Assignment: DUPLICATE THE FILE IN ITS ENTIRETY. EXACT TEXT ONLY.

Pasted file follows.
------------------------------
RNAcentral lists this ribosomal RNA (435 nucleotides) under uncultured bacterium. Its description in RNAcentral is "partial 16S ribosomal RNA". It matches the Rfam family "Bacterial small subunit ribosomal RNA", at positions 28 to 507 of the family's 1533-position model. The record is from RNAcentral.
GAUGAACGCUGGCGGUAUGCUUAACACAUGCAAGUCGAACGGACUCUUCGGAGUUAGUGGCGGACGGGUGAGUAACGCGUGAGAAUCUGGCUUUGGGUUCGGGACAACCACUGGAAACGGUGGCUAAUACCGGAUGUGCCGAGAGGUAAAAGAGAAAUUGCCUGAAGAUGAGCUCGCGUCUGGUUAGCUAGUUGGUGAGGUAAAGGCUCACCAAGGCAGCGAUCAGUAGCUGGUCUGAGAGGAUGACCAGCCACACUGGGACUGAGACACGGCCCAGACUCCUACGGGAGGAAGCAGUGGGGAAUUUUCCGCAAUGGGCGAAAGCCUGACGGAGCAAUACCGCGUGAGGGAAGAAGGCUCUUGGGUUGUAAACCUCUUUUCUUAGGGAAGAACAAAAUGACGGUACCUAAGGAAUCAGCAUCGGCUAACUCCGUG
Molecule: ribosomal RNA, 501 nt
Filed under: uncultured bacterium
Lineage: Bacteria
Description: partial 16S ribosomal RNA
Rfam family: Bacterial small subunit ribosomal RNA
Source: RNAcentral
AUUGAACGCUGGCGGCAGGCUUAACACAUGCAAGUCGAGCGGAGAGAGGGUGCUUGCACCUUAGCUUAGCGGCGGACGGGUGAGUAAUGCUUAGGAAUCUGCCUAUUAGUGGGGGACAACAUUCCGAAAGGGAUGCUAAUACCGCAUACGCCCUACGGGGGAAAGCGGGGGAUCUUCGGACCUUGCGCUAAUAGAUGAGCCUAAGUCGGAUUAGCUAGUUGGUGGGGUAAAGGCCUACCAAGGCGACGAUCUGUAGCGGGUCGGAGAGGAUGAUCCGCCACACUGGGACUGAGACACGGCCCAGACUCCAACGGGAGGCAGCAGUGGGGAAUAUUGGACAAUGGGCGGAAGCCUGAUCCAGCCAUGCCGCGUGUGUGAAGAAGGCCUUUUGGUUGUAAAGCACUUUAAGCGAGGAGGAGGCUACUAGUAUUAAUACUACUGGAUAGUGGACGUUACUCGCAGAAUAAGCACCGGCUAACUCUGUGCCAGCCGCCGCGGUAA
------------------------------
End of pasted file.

RNAcentral lists this ribosomal RNA (435 nucleotides) under uncultured bacterium. Its description in RNAcentral is "partial 16S ribosomal RNA". It matches the Rfam family "Bacterial small subunit ribosomal RNA", at positions 28 to 507 of the family's 1533-position model. The record is from RNAcentral.
GAUGAACGCUGGCGGUAUGCUUAACACAUGCAAGUCGAACGGACUCUUCGGAGUUAGUGGCGGACGGGUGAGUAACGCGUGAGAAUCUGGCUUUGGGUUCGGGACAACCACUGGAAACGGUGGCUAAUACCGGAUGUGCCGAGAGGUAAAAGAGAAAUUGCCUGAAGAUGAGCUCGCGUCUGGUUAGCUAGUUGGUGAGGUAAAGGCUCACCAAGGCAGCGAUCAGUAGCUGGUCUGAGAGGAUGACCAGCCACACUGGGACUGAGACACGGCCCAGACUCCUACGGGAGGAAGCAGUGGGGAAUUUUCCGCAAUGGGCGAAAGCCUGACGGAGCAAUACCGCGUGAGGGAAGAAGGCUCUUGGGUUGUAAACCUCUUUUCUUAGGGAAGAACAAAAUGACGGUACCUAAGGAAUCAGCAUCGGCUAACUCCGUG
Molecule: ribosomal RNA, 501 nt
Filed under: uncultured bacterium
Lineage: Bacteria
Description: partial 16S ribosomal RNA
Rfam family: Bacterial small subunit ribosomal RNA
Source: RNAcentral
AUUGAACGCUGGCGGCAGGCUUAACACAUGCAAGUCGAGCGGAGAGAGGGUGCUUGCACCUUAGCUUAGCGGCGGACGGGUGAGUAAUGCUUAGGAAUCUGCCUAUUAGUGGGGGACAACAUUCCGAAAGGGAUGCUAAUACCGCAUACGCCCUACGGGGGAAAGCGGGGGAUCUUCGGACCUUGCGCUAAUAGAUGAGCCUAAGUCGGAUUAGCUAGUUGGUGGGGUAAAGGCCUACCAAGGCGACGAUCUGUAGCGGGUCGGAGAGGAUGAUCCGCCACACUGGGACUGAGACACGGCCCAGACUCCAACGGGAGGCAGCAGUGGGGAAUAUUGGACAAUGGGCGGAAGCCUGAUCCAGCCAUGCCGCGUGUGUGAAGAAGGCCUUUUGGUUGUAAAGCACUUUAAGCGAGGAGGAGGCUACUAGUAUUAAUACUACUGGAUAGUGGACGUUACUCGCAGAAUAAGCACCGGCUAACUCUGUGCCAGCCGCCGCGGUAA